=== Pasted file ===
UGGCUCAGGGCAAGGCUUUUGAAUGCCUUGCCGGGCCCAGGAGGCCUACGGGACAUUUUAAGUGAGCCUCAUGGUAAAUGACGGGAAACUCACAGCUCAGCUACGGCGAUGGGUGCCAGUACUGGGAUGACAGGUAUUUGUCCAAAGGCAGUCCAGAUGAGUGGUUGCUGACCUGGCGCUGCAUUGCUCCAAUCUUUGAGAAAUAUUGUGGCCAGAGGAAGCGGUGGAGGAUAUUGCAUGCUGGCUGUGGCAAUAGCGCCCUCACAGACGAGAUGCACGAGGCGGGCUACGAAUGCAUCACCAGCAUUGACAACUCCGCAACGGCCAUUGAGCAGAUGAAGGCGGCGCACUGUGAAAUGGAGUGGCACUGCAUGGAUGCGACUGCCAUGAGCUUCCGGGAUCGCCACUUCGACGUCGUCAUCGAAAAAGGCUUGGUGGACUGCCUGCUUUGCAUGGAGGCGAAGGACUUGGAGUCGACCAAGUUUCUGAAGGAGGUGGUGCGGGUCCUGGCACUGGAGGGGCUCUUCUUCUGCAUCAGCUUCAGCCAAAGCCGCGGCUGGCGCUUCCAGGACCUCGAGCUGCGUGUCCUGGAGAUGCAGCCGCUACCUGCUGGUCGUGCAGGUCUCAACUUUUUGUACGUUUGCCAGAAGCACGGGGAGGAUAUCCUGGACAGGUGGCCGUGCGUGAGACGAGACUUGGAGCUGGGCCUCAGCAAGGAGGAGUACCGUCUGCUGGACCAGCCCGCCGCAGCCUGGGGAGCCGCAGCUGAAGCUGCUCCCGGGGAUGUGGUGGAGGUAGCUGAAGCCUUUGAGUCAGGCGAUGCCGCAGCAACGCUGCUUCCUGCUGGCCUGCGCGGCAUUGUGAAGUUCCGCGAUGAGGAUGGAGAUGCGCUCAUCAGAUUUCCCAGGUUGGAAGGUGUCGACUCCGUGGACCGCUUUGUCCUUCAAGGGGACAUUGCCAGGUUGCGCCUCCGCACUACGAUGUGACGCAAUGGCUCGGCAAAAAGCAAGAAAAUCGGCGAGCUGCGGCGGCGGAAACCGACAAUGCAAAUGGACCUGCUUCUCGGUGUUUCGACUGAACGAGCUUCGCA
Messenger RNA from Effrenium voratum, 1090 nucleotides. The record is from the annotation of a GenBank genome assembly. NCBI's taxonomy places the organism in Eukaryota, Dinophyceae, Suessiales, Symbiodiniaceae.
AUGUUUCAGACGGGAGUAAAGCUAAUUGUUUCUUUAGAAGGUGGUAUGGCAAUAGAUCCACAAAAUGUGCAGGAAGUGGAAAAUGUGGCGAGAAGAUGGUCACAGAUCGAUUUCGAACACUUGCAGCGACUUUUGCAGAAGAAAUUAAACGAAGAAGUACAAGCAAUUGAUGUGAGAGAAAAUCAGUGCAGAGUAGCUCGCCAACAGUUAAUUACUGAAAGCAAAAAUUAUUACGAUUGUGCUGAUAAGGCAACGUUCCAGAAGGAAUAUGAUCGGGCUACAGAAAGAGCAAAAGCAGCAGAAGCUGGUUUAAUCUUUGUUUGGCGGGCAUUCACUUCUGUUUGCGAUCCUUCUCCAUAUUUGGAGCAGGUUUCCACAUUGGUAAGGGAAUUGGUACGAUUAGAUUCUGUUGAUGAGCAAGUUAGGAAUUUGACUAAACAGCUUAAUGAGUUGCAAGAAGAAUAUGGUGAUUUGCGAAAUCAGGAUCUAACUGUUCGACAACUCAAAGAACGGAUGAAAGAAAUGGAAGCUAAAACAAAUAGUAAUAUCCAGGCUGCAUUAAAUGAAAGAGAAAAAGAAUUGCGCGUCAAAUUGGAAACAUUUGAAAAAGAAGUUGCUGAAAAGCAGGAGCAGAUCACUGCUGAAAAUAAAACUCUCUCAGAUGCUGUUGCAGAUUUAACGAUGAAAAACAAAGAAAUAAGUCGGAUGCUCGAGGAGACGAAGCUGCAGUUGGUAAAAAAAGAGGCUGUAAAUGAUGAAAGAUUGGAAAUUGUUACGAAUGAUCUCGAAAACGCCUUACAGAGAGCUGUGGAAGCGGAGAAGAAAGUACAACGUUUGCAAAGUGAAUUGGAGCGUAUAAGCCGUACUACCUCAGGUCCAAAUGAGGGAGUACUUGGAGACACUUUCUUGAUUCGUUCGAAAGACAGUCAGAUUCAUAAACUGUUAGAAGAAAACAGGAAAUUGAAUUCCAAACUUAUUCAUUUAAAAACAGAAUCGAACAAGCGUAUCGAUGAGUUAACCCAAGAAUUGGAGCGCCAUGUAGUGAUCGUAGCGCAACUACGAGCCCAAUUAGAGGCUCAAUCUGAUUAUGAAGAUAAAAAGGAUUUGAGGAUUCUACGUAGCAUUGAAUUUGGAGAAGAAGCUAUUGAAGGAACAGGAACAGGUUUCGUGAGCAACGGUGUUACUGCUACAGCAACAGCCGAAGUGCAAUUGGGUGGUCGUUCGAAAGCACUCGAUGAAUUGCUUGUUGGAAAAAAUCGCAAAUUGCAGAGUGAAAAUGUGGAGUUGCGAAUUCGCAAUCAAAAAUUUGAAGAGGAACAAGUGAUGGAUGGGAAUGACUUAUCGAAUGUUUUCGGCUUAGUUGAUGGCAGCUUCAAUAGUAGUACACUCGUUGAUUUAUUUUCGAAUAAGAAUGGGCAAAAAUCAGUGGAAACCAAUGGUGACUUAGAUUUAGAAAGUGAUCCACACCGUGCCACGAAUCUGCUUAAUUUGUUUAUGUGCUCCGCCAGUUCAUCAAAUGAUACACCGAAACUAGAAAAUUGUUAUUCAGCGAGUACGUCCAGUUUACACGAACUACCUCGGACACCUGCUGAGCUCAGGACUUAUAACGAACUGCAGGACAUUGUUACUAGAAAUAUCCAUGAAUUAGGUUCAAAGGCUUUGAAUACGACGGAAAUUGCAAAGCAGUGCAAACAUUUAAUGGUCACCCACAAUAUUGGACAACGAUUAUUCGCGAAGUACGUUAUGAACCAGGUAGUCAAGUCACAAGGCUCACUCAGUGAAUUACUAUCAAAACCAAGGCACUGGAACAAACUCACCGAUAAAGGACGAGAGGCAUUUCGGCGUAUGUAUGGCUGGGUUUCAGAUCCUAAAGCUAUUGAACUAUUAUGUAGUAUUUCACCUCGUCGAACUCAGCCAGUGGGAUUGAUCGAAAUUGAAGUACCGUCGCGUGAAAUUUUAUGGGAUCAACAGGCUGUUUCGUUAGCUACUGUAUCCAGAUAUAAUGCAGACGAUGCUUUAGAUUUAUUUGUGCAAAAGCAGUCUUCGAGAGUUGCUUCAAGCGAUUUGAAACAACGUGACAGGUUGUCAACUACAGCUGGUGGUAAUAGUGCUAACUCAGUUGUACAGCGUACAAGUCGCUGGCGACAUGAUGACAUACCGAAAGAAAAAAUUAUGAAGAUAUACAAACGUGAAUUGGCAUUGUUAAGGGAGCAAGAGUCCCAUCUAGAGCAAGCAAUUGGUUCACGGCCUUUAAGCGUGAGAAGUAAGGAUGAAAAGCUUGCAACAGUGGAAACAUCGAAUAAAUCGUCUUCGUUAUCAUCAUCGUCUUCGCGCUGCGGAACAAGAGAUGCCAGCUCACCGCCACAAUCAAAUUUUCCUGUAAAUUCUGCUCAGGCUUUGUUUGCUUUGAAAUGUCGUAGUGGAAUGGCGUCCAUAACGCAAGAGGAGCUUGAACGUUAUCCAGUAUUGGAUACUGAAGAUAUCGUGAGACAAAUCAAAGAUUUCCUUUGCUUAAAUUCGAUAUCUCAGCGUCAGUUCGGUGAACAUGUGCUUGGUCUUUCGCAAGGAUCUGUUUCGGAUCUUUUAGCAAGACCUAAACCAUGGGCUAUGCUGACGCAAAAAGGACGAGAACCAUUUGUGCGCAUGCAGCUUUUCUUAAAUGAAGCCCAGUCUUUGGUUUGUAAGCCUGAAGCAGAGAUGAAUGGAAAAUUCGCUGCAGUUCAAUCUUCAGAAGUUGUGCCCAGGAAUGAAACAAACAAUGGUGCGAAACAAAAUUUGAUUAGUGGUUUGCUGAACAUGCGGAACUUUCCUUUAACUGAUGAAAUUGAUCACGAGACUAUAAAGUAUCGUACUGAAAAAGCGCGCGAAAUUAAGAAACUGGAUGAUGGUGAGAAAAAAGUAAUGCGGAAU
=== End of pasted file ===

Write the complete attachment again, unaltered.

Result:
UGGCUCAGGGCAAGGCUUUUGAAUGCCUUGCCGGGCCCAGGAGGCCUACGGGACAUUUUAAGUGAGCCUCAUGGUAAAUGACGGGAAACUCACAGCUCAGCUACGGCGAUGGGUGCCAGUACUGGGAUGACAGGUAUUUGUCCAAAGGCAGUCCAGAUGAGUGGUUGCUGACCUGGCGCUGCAUUGCUCCAAUCUUUGAGAAAUAUUGUGGCCAGAGGAAGCGGUGGAGGAUAUUGCAUGCUGGCUGUGGCAAUAGCGCCCUCACAGACGAGAUGCACGAGGCGGGCUACGAAUGCAUCACCAGCAUUGACAACUCCGCAACGGCCAUUGAGCAGAUGAAGGCGGCGCACUGUGAAAUGGAGUGGCACUGCAUGGAUGCGACUGCCAUGAGCUUCCGGGAUCGCCACUUCGACGUCGUCAUCGAAAAAGGCUUGGUGGACUGCCUGCUUUGCAUGGAGGCGAAGGACUUGGAGUCGACCAAGUUUCUGAAGGAGGUGGUGCGGGUCCUGGCACUGGAGGGGCUCUUCUUCUGCAUCAGCUUCAGCCAAAGCCGCGGCUGGCGCUUCCAGGACCUCGAGCUGCGUGUCCUGGAGAUGCAGCCGCUACCUGCUGGUCGUGCAGGUCUCAACUUUUUGUACGUUUGCCAGAAGCACGGGGAGGAUAUCCUGGACAGGUGGCCGUGCGUGAGACGAGACUUGGAGCUGGGCCUCAGCAAGGAGGAGUACCGUCUGCUGGACCAGCCCGCCGCAGCCUGGGGAGCCGCAGCUGAAGCUGCUCCCGGGGAUGUGGUGGAGGUAGCUGAAGCCUUUGAGUCAGGCGAUGCCGCAGCAACGCUGCUUCCUGCUGGCCUGCGCGGCAUUGUGAAGUUCCGCGAUGAGGAUGGAGAUGCGCUCAUCAGAUUUCCCAGGUUGGAAGGUGUCGACUCCGUGGACCGCUUUGUCCUUCAAGGGGACAUUGCCAGGUUGCGCCUCCGCACUACGAUGUGACGCAAUGGCUCGGCAAAAAGCAAGAAAAUCGGCGAGCUGCGGCGGCGGAAACCGACAAUGCAAAUGGACCUGCUUCUCGGUGUUUCGACUGAACGAGCUUCGCA
Messenger RNA from Effrenium voratum, 1090 nucleotides. The record is from the annotation of a GenBank genome assembly. NCBI's taxonomy places the organism in Eukaryota, Dinophyceae, Suessiales, Symbiodiniaceae.
AUGUUUCAGACGGGAGUAAAGCUAAUUGUUUCUUUAGAAGGUGGUAUGGCAAUAGAUCCACAAAAUGUGCAGGAAGUGGAAAAUGUGGCGAGAAGAUGGUCACAGAUCGAUUUCGAACACUUGCAGCGACUUUUGCAGAAGAAAUUAAACGAAGAAGUACAAGCAAUUGAUGUGAGAGAAAAUCAGUGCAGAGUAGCUCGCCAACAGUUAAUUACUGAAAGCAAAAAUUAUUACGAUUGUGCUGAUAAGGCAACGUUCCAGAAGGAAUAUGAUCGGGCUACAGAAAGAGCAAAAGCAGCAGAAGCUGGUUUAAUCUUUGUUUGGCGGGCAUUCACUUCUGUUUGCGAUCCUUCUCCAUAUUUGGAGCAGGUUUCCACAUUGGUAAGGGAAUUGGUACGAUUAGAUUCUGUUGAUGAGCAAGUUAGGAAUUUGACUAAACAGCUUAAUGAGUUGCAAGAAGAAUAUGGUGAUUUGCGAAAUCAGGAUCUAACUGUUCGACAACUCAAAGAACGGAUGAAAGAAAUGGAAGCUAAAACAAAUAGUAAUAUCCAGGCUGCAUUAAAUGAAAGAGAAAAAGAAUUGCGCGUCAAAUUGGAAACAUUUGAAAAAGAAGUUGCUGAAAAGCAGGAGCAGAUCACUGCUGAAAAUAAAACUCUCUCAGAUGCUGUUGCAGAUUUAACGAUGAAAAACAAAGAAAUAAGUCGGAUGCUCGAGGAGACGAAGCUGCAGUUGGUAAAAAAAGAGGCUGUAAAUGAUGAAAGAUUGGAAAUUGUUACGAAUGAUCUCGAAAACGCCUUACAGAGAGCUGUGGAAGCGGAGAAGAAAGUACAACGUUUGCAAAGUGAAUUGGAGCGUAUAAGCCGUACUACCUCAGGUCCAAAUGAGGGAGUACUUGGAGACACUUUCUUGAUUCGUUCGAAAGACAGUCAGAUUCAUAAACUGUUAGAAGAAAACAGGAAAUUGAAUUCCAAACUUAUUCAUUUAAAAACAGAAUCGAACAAGCGUAUCGAUGAGUUAACCCAAGAAUUGGAGCGCCAUGUAGUGAUCGUAGCGCAACUACGAGCCCAAUUAGAGGCUCAAUCUGAUUAUGAAGAUAAAAAGGAUUUGAGGAUUCUACGUAGCAUUGAAUUUGGAGAAGAAGCUAUUGAAGGAACAGGAACAGGUUUCGUGAGCAACGGUGUUACUGCUACAGCAACAGCCGAAGUGCAAUUGGGUGGUCGUUCGAAAGCACUCGAUGAAUUGCUUGUUGGAAAAAAUCGCAAAUUGCAGAGUGAAAAUGUGGAGUUGCGAAUUCGCAAUCAAAAAUUUGAAGAGGAACAAGUGAUGGAUGGGAAUGACUUAUCGAAUGUUUUCGGCUUAGUUGAUGGCAGCUUCAAUAGUAGUACACUCGUUGAUUUAUUUUCGAAUAAGAAUGGGCAAAAAUCAGUGGAAACCAAUGGUGACUUAGAUUUAGAAAGUGAUCCACACCGUGCCACGAAUCUGCUUAAUUUGUUUAUGUGCUCCGCCAGUUCAUCAAAUGAUACACCGAAACUAGAAAAUUGUUAUUCAGCGAGUACGUCCAGUUUACACGAACUACCUCGGACACCUGCUGAGCUCAGGACUUAUAACGAACUGCAGGACAUUGUUACUAGAAAUAUCCAUGAAUUAGGUUCAAAGGCUUUGAAUACGACGGAAAUUGCAAAGCAGUGCAAACAUUUAAUGGUCACCCACAAUAUUGGACAACGAUUAUUCGCGAAGUACGUUAUGAACCAGGUAGUCAAGUCACAAGGCUCACUCAGUGAAUUACUAUCAAAACCAAGGCACUGGAACAAACUCACCGAUAAAGGACGAGAGGCAUUUCGGCGUAUGUAUGGCUGGGUUUCAGAUCCUAAAGCUAUUGAACUAUUAUGUAGUAUUUCACCUCGUCGAACUCAGCCAGUGGGAUUGAUCGAAAUUGAAGUACCGUCGCGUGAAAUUUUAUGGGAUCAACAGGCUGUUUCGUUAGCUACUGUAUCCAGAUAUAAUGCAGACGAUGCUUUAGAUUUAUUUGUGCAAAAGCAGUCUUCGAGAGUUGCUUCAAGCGAUUUGAAACAACGUGACAGGUUGUCAACUACAGCUGGUGGUAAUAGUGCUAACUCAGUUGUACAGCGUACAAGUCGCUGGCGACAUGAUGACAUACCGAAAGAAAAAAUUAUGAAGAUAUACAAACGUGAAUUGGCAUUGUUAAGGGAGCAAGAGUCCCAUCUAGAGCAAGCAAUUGGUUCACGGCCUUUAAGCGUGAGAAGUAAGGAUGAAAAGCUUGCAACAGUGGAAACAUCGAAUAAAUCGUCUUCGUUAUCAUCAUCGUCUUCGCGCUGCGGAACAAGAGAUGCCAGCUCACCGCCACAAUCAAAUUUUCCUGUAAAUUCUGCUCAGGCUUUGUUUGCUUUGAAAUGUCGUAGUGGAAUGGCGUCCAUAACGCAAGAGGAGCUUGAACGUUAUCCAGUAUUGGAUACUGAAGAUAUCGUGAGACAAAUCAAAGAUUUCCUUUGCUUAAAUUCGAUAUCUCAGCGUCAGUUCGGUGAACAUGUGCUUGGUCUUUCGCAAGGAUCUGUUUCGGAUCUUUUAGCAAGACCUAAACCAUGGGCUAUGCUGACGCAAAAAGGACGAGAACCAUUUGUGCGCAUGCAGCUUUUCUUAAAUGAAGCCCAGUCUUUGGUUUGUAAGCCUGAAGCAGAGAUGAAUGGAAAAUUCGCUGCAGUUCAAUCUUCAGAAGUUGUGCCCAGGAAUGAAACAAACAAUGGUGCGAAACAAAAUUUGAUUAGUGGUUUGCUGAACAUGCGGAACUUUCCUUUAACUGAUGAAAUUGAUCACGAGACUAUAAAGUAUCGUACUGAAAAAGCGCGCGAAAUUAAGAAACUGGAUGAUGGUGAGAAAAAAGUAAUGCGGAAU